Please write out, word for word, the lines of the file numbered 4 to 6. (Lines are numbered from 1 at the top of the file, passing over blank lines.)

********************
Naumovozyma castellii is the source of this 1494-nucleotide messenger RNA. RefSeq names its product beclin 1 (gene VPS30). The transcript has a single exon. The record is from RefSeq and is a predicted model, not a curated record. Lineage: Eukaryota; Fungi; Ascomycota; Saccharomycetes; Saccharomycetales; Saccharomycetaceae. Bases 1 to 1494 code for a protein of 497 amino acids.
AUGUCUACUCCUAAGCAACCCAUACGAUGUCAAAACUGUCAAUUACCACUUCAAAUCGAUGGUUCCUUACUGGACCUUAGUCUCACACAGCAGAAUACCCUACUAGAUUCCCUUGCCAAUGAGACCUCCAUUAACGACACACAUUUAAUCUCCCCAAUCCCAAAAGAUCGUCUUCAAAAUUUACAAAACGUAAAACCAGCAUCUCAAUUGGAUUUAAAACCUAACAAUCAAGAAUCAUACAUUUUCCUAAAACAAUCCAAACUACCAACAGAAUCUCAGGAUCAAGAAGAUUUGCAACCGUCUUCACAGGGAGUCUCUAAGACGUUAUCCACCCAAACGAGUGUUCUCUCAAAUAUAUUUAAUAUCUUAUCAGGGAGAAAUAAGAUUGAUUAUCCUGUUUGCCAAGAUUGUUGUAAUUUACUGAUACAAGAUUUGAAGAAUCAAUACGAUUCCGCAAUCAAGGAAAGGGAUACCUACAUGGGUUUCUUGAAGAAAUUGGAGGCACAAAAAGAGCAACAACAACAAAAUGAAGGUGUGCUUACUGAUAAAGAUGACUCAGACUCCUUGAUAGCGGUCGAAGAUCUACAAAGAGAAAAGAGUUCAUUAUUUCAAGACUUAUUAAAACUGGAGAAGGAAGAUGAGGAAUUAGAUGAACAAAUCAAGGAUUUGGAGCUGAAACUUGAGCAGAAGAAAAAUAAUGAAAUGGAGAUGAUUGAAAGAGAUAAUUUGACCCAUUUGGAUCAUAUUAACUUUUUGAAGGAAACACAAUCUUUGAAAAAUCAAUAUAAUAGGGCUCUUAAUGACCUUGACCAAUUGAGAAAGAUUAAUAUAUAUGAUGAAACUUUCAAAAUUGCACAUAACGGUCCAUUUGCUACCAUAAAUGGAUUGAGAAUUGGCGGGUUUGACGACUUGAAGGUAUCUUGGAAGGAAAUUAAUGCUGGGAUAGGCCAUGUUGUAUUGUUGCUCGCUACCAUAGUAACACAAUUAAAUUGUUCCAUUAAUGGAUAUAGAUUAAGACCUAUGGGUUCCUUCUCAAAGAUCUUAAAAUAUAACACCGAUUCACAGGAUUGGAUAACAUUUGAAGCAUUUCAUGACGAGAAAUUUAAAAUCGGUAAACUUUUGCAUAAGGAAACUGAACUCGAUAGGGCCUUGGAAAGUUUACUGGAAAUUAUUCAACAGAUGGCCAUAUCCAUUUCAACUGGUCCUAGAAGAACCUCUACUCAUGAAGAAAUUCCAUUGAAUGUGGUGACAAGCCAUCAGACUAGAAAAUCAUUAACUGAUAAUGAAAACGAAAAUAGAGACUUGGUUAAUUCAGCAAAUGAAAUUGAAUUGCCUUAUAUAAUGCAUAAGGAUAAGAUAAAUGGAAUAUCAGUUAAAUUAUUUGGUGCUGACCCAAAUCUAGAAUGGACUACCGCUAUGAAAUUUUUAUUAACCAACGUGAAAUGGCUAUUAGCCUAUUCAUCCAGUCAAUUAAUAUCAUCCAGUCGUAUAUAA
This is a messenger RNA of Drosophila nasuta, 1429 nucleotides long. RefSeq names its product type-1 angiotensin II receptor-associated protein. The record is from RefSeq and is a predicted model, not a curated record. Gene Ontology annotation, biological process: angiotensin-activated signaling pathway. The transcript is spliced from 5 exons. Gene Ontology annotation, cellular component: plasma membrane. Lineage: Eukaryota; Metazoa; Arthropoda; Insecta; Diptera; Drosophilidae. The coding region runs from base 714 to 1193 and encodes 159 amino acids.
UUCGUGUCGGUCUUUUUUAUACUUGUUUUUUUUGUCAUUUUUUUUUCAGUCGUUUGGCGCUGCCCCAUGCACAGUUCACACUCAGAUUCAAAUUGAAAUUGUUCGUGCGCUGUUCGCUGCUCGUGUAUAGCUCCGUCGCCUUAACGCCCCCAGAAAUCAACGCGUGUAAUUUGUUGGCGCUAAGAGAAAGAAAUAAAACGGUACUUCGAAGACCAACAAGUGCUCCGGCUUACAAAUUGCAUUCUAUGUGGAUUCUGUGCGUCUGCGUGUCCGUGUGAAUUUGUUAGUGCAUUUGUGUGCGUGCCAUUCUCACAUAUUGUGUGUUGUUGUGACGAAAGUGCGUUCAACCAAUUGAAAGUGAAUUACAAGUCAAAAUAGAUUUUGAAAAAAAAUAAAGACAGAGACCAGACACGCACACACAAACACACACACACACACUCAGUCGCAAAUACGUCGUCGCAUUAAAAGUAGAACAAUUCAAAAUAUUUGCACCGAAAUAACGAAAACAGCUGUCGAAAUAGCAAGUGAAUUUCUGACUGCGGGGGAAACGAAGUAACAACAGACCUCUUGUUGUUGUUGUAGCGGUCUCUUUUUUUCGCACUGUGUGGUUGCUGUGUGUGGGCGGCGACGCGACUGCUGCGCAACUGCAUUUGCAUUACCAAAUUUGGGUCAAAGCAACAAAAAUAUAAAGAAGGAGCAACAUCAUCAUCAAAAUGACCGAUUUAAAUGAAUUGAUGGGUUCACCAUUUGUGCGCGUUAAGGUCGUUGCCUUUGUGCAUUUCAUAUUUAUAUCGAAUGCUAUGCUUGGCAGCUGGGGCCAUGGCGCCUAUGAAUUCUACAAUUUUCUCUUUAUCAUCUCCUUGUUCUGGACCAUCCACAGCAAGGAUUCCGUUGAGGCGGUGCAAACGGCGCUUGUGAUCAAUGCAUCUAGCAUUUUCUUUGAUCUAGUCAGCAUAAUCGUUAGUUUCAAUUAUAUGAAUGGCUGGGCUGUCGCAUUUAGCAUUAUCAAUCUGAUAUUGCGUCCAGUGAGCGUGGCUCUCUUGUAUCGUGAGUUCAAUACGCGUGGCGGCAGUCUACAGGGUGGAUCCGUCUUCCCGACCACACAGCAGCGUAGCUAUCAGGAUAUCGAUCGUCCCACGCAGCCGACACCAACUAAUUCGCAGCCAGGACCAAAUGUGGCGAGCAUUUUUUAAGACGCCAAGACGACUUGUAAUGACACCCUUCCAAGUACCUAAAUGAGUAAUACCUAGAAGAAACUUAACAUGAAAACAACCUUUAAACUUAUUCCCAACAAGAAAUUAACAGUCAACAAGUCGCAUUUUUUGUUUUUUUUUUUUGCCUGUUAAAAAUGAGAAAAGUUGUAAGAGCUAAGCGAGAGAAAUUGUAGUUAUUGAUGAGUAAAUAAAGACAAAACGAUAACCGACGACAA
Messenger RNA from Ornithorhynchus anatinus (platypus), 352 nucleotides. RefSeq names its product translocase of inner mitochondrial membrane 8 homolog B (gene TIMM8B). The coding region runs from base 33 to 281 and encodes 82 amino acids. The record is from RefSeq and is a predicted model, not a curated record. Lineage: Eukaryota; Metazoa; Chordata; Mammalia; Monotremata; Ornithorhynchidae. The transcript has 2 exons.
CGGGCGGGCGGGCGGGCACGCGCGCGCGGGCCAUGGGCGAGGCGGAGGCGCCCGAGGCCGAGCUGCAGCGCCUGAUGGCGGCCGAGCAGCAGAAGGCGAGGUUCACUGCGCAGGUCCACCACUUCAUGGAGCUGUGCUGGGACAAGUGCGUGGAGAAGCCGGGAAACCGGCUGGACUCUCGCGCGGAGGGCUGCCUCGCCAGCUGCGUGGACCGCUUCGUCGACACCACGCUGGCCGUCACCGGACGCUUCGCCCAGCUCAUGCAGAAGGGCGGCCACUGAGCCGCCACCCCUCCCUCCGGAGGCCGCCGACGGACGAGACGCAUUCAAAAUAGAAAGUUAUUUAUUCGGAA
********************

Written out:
UUCGUGUCGGUCUUUUUUAUACUUGUUUUUUUUGUCAUUUUUUUUUCAGUCGUUUGGCGCUGCCCCAUGCACAGUUCACACUCAGAUUCAAAUUGAAAUUGUUCGUGCGCUGUUCGCUGCUCGUGUAUAGCUCCGUCGCCUUAACGCCCCCAGAAAUCAACGCGUGUAAUUUGUUGGCGCUAAGAGAAAGAAAUAAAACGGUACUUCGAAGACCAACAAGUGCUCCGGCUUACAAAUUGCAUUCUAUGUGGAUUCUGUGCGUCUGCGUGUCCGUGUGAAUUUGUUAGUGCAUUUGUGUGCGUGCCAUUCUCACAUAUUGUGUGUUGUUGUGACGAAAGUGCGUUCAACCAAUUGAAAGUGAAUUACAAGUCAAAAUAGAUUUUGAAAAAAAAUAAAGACAGAGACCAGACACGCACACACAAACACACACACACACACUCAGUCGCAAAUACGUCGUCGCAUUAAAAGUAGAACAAUUCAAAAUAUUUGCACCGAAAUAACGAAAACAGCUGUCGAAAUAGCAAGUGAAUUUCUGACUGCGGGGGAAACGAAGUAACAACAGACCUCUUGUUGUUGUUGUAGCGGUCUCUUUUUUUCGCACUGUGUGGUUGCUGUGUGUGGGCGGCGACGCGACUGCUGCGCAACUGCAUUUGCAUUACCAAAUUUGGGUCAAAGCAACAAAAAUAUAAAGAAGGAGCAACAUCAUCAUCAAAAUGACCGAUUUAAAUGAAUUGAUGGGUUCACCAUUUGUGCGCGUUAAGGUCGUUGCCUUUGUGCAUUUCAUAUUUAUAUCGAAUGCUAUGCUUGGCAGCUGGGGCCAUGGCGCCUAUGAAUUCUACAAUUUUCUCUUUAUCAUCUCCUUGUUCUGGACCAUCCACAGCAAGGAUUCCGUUGAGGCGGUGCAAACGGCGCUUGUGAUCAAUGCAUCUAGCAUUUUCUUUGAUCUAGUCAGCAUAAUCGUUAGUUUCAAUUAUAUGAAUGGCUGGGCUGUCGCAUUUAGCAUUAUCAAUCUGAUAUUGCGUCCAGUGAGCGUGGCUCUCUUGUAUCGUGAGUUCAAUACGCGUGGCGGCAGUCUACAGGGUGGAUCCGUCUUCCCGACCACACAGCAGCGUAGCUAUCAGGAUAUCGAUCGUCCCACGCAGCCGACACCAACUAAUUCGCAGCCAGGACCAAAUGUGGCGAGCAUUUUUUAAGACGCCAAGACGACUUGUAAUGACACCCUUCCAAGUACCUAAAUGAGUAAUACCUAGAAGAAACUUAACAUGAAAACAACCUUUAAACUUAUUCCCAACAAGAAAUUAACAGUCAACAAGUCGCAUUUUUUGUUUUUUUUUUUUGCCUGUUAAAAAUGAGAAAAGUUGUAAGAGCUAAGCGAGAGAAAUUGUAGUUAUUGAUGAGUAAAUAAAGACAAAACGAUAACCGACGACAA
Messenger RNA from Ornithorhynchus anatinus (platypus), 352 nucleotides. RefSeq names its product translocase of inner mitochondrial membrane 8 homolog B (gene TIMM8B). The coding region runs from base 33 to 281 and encodes 82 amino acids. The record is from RefSeq and is a predicted model, not a curated record. Lineage: Eukaryota; Metazoa; Chordata; Mammalia; Monotremata; Ornithorhynchidae. The transcript has 2 exons.
CGGGCGGGCGGGCGGGCACGCGCGCGCGGGCCAUGGGCGAGGCGGAGGCGCCCGAGGCCGAGCUGCAGCGCCUGAUGGCGGCCGAGCAGCAGAAGGCGAGGUUCACUGCGCAGGUCCACCACUUCAUGGAGCUGUGCUGGGACAAGUGCGUGGAGAAGCCGGGAAACCGGCUGGACUCUCGCGCGGAGGGCUGCCUCGCCAGCUGCGUGGACCGCUUCGUCGACACCACGCUGGCCGUCACCGGACGCUUCGCCCAGCUCAUGCAGAAGGGCGGCCACUGAGCCGCCACCCCUCCCUCCGGAGGCCGCCGACGGACGAGACGCAUUCAAAAUAGAAAGUUAUUUAUUCGGAA